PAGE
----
Utah Career News


How to succeed in networking and interviews

What is an elevator speech?

An Elevator Speech is a short and sweet way to present to someone else a balanced understanding of who you are and what you want to do. It arouses the interest of a listener who invites you to “Tell me a little about yourself,” and it provides a compelling but brief answer to the compelling question “Why should I hire you?”

What should be in your elevator speech?

A well-crafted “Elevator Speech” will include:
  • A brief personal introduction that includes your career objector and/or the type of position you want.
  • Three or four specific accomplishments that prove you meet or exceed the requirements for that position.
  • A few character traits or adaptive skills that set you apart from typical applicants.

When networking, finish your “Elevator Speech” statement with probing questions that cannot be answered with a “yes or “no" to start a conversation that may lead to referrals or job opportunities. They're called "open ended" questions and for the most part they start with who, what when, where, why and how. They are great tools for job seekers.

For example:
WHO do you know who works in _________________________________?
WHAT businesses are in the area that __________________?
WHO do you know who knows a lot of people?

Other points to consider

  • Keep you “Elevator Speech” statement brief. People generally listen effectively only 30 to 60 seconds and they appreciate concise responses to questions. This indicates that you are clearly focused and waste no time getting to the point.
  • Speak in the present tense to show that your skills are current and applicable in today’s market.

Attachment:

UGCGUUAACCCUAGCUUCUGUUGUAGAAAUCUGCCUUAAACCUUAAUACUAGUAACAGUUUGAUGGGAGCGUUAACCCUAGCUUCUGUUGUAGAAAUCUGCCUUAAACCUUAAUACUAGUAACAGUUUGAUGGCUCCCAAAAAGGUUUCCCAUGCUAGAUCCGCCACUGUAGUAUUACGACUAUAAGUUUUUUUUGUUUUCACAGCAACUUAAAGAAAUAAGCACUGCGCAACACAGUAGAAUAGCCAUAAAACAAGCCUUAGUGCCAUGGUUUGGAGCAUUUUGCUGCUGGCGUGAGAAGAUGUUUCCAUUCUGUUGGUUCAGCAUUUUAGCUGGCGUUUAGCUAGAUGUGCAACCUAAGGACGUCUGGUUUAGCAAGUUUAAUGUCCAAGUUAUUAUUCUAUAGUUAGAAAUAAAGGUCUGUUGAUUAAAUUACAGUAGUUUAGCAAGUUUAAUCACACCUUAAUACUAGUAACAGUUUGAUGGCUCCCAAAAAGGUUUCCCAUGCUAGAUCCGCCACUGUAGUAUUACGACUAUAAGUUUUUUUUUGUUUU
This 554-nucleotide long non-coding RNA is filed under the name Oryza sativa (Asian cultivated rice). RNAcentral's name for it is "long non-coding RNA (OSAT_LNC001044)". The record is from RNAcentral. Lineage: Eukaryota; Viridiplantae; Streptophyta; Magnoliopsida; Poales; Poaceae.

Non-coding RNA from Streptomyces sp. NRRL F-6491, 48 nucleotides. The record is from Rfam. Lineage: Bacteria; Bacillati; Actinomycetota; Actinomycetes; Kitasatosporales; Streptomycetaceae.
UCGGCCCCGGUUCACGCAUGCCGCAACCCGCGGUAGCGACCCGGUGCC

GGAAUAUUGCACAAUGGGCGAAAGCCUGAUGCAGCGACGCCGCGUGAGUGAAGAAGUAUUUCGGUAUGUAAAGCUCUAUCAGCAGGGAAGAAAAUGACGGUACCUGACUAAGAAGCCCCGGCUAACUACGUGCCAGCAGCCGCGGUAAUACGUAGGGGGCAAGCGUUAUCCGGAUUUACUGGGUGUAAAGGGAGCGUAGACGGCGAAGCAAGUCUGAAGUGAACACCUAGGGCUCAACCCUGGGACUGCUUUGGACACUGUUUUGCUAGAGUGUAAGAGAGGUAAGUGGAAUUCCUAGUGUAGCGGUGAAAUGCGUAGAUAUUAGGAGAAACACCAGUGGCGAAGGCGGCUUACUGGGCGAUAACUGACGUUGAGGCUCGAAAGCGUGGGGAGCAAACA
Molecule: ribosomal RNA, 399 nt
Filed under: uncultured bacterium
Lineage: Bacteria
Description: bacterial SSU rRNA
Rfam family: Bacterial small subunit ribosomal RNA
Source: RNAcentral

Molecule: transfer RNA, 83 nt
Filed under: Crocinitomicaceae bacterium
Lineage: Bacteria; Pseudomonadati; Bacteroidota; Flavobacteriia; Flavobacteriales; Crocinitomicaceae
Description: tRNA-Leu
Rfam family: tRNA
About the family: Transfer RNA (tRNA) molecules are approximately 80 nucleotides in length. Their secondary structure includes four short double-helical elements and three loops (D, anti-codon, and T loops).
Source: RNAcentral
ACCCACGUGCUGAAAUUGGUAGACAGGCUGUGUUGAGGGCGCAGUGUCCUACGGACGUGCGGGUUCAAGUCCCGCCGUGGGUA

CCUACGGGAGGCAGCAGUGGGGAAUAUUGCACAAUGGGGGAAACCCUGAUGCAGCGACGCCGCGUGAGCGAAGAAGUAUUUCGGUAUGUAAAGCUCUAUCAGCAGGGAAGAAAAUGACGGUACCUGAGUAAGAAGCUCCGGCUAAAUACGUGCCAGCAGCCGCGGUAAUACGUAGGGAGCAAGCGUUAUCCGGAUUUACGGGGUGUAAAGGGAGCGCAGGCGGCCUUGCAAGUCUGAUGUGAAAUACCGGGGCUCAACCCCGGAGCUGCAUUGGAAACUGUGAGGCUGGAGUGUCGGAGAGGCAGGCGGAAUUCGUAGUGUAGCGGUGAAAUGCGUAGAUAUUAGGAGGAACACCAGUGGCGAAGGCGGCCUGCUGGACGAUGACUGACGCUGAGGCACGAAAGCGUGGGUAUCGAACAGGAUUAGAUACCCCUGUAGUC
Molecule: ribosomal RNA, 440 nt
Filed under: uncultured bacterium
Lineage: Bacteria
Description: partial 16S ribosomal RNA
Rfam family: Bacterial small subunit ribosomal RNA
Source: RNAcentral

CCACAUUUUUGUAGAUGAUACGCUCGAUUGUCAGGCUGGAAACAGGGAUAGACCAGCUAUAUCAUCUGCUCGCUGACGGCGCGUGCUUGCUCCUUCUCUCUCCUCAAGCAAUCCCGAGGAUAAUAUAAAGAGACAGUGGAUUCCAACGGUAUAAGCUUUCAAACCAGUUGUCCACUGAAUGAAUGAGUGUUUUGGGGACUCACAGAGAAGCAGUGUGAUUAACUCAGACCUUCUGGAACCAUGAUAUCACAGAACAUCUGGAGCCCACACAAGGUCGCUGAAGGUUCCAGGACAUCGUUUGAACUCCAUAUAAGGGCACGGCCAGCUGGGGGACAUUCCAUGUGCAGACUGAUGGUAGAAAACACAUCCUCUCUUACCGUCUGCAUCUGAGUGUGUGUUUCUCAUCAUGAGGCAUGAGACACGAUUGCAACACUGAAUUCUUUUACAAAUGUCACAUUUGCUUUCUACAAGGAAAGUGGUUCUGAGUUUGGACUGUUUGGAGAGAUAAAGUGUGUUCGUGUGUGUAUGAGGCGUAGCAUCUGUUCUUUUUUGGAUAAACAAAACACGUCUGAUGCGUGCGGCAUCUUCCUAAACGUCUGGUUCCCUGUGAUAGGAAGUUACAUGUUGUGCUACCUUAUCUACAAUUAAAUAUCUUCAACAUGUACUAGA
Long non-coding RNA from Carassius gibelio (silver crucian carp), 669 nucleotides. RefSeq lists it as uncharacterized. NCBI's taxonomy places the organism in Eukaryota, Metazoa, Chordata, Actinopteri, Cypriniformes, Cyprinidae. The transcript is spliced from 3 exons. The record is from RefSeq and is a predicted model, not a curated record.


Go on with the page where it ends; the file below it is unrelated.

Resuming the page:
• Remember your audience. Adjust the level of detail and industry jargon you use according to the interest and experience of the person you are address.
  • Avoid “boy scout” claims such as: “I’m trustworthy, loyal, helpful, courteous, kind, “ and so one. Not only are these claims made by most job seekers, but without detailed example, they don’t convey your value to a potential employer.
  • Make your “Elevator Speech statement natural. It is a genuine form of communication that will help you organize everything you are into brief, coherent thoughts.

Sample elevator speeches

You need two versions of your elevator speech: One for networking and one for interviews:

Sample Elevator Speeches for networking:

1.“My name is Bob Smith, and I’m currently looking for a job in youth services. I have 10 years of experience working with youth agencies. I have a bachelor’s degree in outdoor education. I raise money, train leaders and organize units. I have raised over $100,000 each of the last six years. I consider myself a good public speaker, and I have a good sense of humor.
“Who do you know who works with youth?”

2. “My name is Sam Jones, and I enjoy meeting new people and find ways to help them have an uplifting experience. I have had a variety of customer service opportunities, through which I was able to have fewer returned products and increased repeat customers, when compared with co-workers. I am dedicated, outgoing and a team player. Who could I speak with in your customer service department about your organization’s customer service needs?”

Sample Elevator Speech for an interview:

1. “People find me to be an upbeat, self-motivated team player with excellent communication skills. For the past several years I have worked in lead qualification, telemarketing and customer service in the technology industry. My experience includes successfully call people in director—level positions of technology departments and developing viable leads. I have a track record of maintaining a consistent call and activity volume and consistently achieving the top 10 percent in sales, and I can do the same thing for your company.”

2, “I am a dedicated person with a family of four. I enjoy reading, and the knowledge and perspective that my reading gives me has strengthen my teaching skills and presentation abilities. I have been successful at raising a family and I attribute this success to my ability to plan, schedule and handle many different tasks at once. This flexibility will help me in the classroom, where there are many different personalities and learning styles.”

Make sure you practice you elevator speech until it sounds very natural. One bonus effect is that it will add to your confidence as a job seeker and help avoid ever being tongue-tied during awkward moments in a conversation.

Good Job Hunting from your friends at UtahCareerGuide.com